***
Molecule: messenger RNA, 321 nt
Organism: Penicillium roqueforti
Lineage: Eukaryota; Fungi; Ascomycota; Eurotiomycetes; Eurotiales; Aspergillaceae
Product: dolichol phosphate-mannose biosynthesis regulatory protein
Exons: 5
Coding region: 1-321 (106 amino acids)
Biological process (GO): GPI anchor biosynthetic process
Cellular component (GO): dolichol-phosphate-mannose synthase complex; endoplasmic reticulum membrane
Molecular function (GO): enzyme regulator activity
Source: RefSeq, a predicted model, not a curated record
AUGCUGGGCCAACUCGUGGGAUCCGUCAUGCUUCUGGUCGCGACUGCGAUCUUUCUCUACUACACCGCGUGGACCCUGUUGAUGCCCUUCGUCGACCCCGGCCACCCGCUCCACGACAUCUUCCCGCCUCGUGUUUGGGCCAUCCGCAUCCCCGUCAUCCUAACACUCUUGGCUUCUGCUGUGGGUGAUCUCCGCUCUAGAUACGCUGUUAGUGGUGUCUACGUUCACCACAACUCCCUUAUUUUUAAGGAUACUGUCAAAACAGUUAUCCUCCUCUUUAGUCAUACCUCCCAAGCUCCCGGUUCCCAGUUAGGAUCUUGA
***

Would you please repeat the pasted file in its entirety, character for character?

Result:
Molecule: messenger RNA, 321 nt
Organism: Penicillium roqueforti
Lineage: Eukaryota; Fungi; Ascomycota; Eurotiomycetes; Eurotiales; Aspergillaceae
Product: dolichol phosphate-mannose biosynthesis regulatory protein
Exons: 5
Coding region: 1-321 (106 amino acids)
Biological process (GO): GPI anchor biosynthetic process
Cellular component (GO): dolichol-phosphate-mannose synthase complex; endoplasmic reticulum membrane
Molecular function (GO): enzyme regulator activity
Source: RefSeq, a predicted model, not a curated record
AUGCUGGGCCAACUCGUGGGAUCCGUCAUGCUUCUGGUCGCGACUGCGAUCUUUCUCUACUACACCGCGUGGACCCUGUUGAUGCCCUUCGUCGACCCCGGCCACCCGCUCCACGACAUCUUCCCGCCUCGUGUUUGGGCCAUCCGCAUCCCCGUCAUCCUAACACUCUUGGCUUCUGCUGUGGGUGAUCUCCGCUCUAGAUACGCUGUUAGUGGUGUCUACGUUCACCACAACUCCCUUAUUUUUAAGGAUACUGUCAAAACAGUUAUCCUCCUCUUUAGUCAUACCUCCCAAGCUCCCGGUUCCCAGUUAGGAUCUUGA